Revisions: Even if a patient has already had another weight loss surgery, bariatric endoscopy can still be useful. In surgeries like Roux-en-Y gastric bypass surgery or sleeve gastrectomy, the effectiveness can wane over time; this is usually because some element of the procedure has become stretched out and is no longer capable of significantly reducing calorie intake. In a revision procedure, an endoscope can be used to tighten up or otherwise return the original surgical work to a state of effectiveness again. And because the revision is done using endoscopy, the patient will also benefit from the safety and efficiency of the method. For patients who had a prior gastric bypass and have regained weight, the endoscopic revision (referred to as Transoral Outlet Reduction, or TORe) has been shown to provide the same results as a surgical revision, but with significantly lower risk.
At True You Weight Loss, we understand how challenging it can be to lose weight and keep it off over the long term. A traditional weight loss program is rarely effective for most people, and bariatric surgery has risks as well as long recovery times; instead, we offer a series of incisionless endoscopic weight loss procedures that can help you lose excess weight and keep it off long after the procedure is complete.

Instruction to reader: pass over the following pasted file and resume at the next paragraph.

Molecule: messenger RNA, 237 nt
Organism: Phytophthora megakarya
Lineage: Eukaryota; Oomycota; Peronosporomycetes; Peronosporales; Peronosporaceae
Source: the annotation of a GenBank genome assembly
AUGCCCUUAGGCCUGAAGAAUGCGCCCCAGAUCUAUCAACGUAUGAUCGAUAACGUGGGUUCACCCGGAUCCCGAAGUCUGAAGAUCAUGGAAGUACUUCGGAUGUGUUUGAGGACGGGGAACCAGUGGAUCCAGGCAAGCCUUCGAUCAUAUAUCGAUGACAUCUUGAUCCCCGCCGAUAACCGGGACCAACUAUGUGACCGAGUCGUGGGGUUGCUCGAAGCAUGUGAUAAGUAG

If you have tried the old methods without much success at meeting your weight loss goals (including losing weight and regaining it later on), it might be time for a new approach. True You Weight Loss is the nation’s first and only dedicated endobariatric weight loss center, and our highly trained staff is uniquely qualified and experienced to perform a variety of endobariatric procedures. If you would like to learn more about our offerings, please contact us today to request a consultation.